Aug. 11- The fog had cleared in the forenoon, and the Valkyrie bowled along in a gentle northeasterly breeze. At 2:30 P. M. she was again shut in by a thick fog. At 4:30 she left the Cape Race Lighthouse abeam, half a mile distant. She signaled Cape Race an hour later when the fog had begun to lift. Owing principally to the fog, her day's run was only eighty-three miles. A fresh breeze sprang up at midnight, bringing with it a heavy rain.
Aug. 12- At 8:25 A. M., on Aug. 12, the Valkyrie left Cape Pine abeam seven miles distant. Moderate southeasterly breezes prevailed and in a smooth sea the Valkyrie cleared 140 miles, holding her course west by north.
Aug. 13- A strong but shifting breeze prevailed, and in a rough sea the Valkyrie added 173 miles more to her score.
Aug. 14- The next morning a high confused swell set the vessel to rolling heavily, with her sails flapping in a northwesterly wind which carried her 154 miles further along on her westward voyage.
Aug. 15- The conditions were about the same next day, and the Valkyrie chipped off 145 miles more of the distance separating her from her goal.
Aug. 16- In the moderate breeze and thick fog, with the weather conditions, the Valkyrie's run for the day was 140 miles.
Aug. 17- At 4 A. M., the Valkyrie was becalmed, and for four hours her skippers could not whistle up sufficient‘ breeze to give her headway. Between 1 o'clock and noon a gentle breeze sprang up and continued during the day, which was fine and clear overhead. During the time that she was in motion the Valkyrie got over eighty miles more of her way.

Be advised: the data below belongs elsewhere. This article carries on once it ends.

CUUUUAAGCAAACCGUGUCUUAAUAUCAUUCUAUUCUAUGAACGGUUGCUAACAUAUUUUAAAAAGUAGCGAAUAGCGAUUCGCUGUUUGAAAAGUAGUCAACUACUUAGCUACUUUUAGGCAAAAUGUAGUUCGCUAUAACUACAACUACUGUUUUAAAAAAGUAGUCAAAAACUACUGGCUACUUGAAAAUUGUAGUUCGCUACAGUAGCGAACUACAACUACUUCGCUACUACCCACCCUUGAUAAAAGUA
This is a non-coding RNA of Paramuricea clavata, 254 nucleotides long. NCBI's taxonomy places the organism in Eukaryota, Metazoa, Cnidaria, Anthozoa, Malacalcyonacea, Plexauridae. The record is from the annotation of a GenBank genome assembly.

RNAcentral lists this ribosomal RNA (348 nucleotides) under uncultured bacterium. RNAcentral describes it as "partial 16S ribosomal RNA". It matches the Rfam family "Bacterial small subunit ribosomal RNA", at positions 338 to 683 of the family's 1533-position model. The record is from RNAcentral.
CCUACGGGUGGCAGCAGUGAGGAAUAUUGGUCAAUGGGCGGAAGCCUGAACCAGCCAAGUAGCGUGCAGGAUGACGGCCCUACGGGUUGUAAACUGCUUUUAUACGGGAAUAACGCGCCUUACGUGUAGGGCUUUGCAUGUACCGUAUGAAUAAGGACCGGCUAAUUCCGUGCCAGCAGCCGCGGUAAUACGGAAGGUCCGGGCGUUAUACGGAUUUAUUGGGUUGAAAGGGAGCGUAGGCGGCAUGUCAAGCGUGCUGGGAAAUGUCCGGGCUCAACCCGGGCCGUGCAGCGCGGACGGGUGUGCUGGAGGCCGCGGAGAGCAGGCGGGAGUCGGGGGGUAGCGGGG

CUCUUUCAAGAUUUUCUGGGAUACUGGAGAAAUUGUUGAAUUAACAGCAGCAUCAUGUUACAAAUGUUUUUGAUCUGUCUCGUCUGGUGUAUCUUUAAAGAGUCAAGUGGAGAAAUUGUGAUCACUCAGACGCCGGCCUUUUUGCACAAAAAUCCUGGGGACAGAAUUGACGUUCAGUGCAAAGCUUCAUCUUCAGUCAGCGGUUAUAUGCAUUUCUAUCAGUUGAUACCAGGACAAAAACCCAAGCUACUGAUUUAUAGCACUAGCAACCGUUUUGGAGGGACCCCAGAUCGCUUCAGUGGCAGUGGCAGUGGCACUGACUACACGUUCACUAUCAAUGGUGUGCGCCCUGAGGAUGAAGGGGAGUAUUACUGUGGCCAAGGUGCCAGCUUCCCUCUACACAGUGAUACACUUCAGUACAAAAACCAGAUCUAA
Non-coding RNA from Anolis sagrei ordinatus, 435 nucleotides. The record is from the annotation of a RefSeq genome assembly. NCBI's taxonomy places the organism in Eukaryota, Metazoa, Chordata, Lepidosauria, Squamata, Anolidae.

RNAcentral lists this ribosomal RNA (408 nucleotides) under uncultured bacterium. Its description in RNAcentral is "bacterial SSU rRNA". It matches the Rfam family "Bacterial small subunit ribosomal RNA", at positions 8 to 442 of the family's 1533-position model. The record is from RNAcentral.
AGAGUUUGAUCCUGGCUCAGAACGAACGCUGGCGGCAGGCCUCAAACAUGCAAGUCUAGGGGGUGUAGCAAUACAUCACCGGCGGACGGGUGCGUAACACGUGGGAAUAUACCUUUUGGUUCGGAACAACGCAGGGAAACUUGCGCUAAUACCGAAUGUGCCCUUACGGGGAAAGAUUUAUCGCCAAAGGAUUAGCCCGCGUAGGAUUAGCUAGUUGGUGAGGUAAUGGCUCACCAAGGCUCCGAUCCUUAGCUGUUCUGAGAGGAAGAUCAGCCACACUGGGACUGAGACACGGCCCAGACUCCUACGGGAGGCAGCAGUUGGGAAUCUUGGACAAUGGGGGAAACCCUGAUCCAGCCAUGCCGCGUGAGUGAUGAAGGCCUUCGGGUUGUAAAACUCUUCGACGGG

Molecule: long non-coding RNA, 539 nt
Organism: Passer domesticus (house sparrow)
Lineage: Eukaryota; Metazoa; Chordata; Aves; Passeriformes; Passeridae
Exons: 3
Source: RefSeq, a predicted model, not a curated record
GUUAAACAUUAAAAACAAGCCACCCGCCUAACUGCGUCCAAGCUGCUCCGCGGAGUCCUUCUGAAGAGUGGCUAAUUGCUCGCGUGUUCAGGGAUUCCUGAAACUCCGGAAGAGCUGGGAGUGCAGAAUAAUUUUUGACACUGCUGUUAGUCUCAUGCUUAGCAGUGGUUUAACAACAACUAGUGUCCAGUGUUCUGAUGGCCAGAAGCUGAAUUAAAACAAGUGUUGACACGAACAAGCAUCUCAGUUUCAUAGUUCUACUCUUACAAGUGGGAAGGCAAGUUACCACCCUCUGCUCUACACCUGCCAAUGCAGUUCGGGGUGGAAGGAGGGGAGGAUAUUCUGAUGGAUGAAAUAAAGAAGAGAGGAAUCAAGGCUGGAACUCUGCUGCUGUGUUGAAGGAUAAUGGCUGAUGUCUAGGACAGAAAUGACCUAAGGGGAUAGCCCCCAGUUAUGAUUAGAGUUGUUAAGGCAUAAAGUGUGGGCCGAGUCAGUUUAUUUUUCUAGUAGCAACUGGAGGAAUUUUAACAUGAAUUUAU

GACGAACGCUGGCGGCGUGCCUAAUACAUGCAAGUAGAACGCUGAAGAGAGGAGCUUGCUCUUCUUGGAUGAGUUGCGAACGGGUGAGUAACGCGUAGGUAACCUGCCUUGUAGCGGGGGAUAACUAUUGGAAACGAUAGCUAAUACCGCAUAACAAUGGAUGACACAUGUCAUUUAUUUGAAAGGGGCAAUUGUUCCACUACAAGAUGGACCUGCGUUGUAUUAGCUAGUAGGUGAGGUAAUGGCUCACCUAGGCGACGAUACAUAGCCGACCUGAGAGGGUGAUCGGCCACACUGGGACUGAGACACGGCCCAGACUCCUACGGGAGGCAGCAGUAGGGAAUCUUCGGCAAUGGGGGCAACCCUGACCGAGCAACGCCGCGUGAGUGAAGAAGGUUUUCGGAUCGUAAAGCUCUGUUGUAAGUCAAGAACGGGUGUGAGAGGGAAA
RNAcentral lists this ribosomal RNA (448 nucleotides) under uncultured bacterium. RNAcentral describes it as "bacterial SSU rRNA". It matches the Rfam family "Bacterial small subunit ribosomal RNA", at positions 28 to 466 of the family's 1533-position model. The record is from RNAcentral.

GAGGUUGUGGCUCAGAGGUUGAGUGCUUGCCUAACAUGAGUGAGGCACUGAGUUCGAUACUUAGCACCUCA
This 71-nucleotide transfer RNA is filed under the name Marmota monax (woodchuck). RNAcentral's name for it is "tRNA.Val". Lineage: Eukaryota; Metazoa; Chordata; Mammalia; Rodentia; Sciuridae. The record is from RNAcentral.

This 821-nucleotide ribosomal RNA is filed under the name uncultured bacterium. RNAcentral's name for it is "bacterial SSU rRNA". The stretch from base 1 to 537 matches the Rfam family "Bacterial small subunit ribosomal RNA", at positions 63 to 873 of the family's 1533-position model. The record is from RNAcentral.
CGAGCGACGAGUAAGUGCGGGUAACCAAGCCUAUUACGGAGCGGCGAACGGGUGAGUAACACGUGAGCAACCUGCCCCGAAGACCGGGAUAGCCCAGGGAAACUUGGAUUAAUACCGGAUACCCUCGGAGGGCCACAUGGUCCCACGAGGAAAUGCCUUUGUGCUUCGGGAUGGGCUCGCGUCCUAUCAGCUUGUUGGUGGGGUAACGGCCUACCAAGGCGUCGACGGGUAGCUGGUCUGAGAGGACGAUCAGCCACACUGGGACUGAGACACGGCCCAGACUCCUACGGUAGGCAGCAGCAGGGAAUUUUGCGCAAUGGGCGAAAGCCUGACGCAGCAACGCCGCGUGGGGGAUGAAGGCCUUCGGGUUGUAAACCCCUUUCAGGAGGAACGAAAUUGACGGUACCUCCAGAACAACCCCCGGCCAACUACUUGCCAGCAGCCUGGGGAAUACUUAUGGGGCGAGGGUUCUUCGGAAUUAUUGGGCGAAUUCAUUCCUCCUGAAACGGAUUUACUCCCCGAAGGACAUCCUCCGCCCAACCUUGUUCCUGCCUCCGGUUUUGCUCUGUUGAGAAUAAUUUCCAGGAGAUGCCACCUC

Aug. 18- At 8 o’clock, the Valkyrie got a light wind from the west, which shifted during the day to north-northwest and finally to almost due north. The sky was overcast, and the Valkyrie found rainy weather as she passed along off the Long Island shore. At 3 P. M. she signaled to the observing station at Fire Island, but failed to get any response.

July 27 14:40 Gourock
July 28 Tory Island 148
July 29 54.35 12.12 127
July 30 53.55 14.15 83
July 31 54.32 18.31 155
Aug. 1 55.40 24.06 204
Aug. 2 54.42 25.45 81
Aug. 3 52.53 29.04 160
Aug. 4 52.08 31.20 93
Aug. 5 51.31 33.33 91
Aug. 6 53.22 35.12 123
Aug. 7 49.46 38.04 81
Aug. 8 48.23 43.14 219
Aug. 9 47.41 46.16 129
Aug. 10 47.16 50.51 189
Aug. 11 46.52 52.47 83
Aug. 12 45.58 55.57 140
Aug. 13 44.41 59.30 173
Aug. 14 43.31 62.35 154
Aug. 15 41.38 64.38 145
Aug. 16 40.42 67.28 140
Aug. 17 40.43 69.14 80
Aug. 18 40.37 72.44 159
To Sandy Hook   59
  Total: 3016


Her Captains were rather indignant that this was the case, for they had purposely run in close to the shore in order that the yachtsmen on this side of the water might have early information of her approach to New-York. The two Captains said that as far as they could make out, there was no one alive at the Fire Island Station, and they were much surprised to learn that they had actually been seen by the observed and reported at about the same time they were flying their signals.

After passing Fire Island the Valkyrie laid her course west by north, and as she approached the lower harbor changed it to west, one-half south. She was on that course when she was picked up and taked in tow by the waiting tug.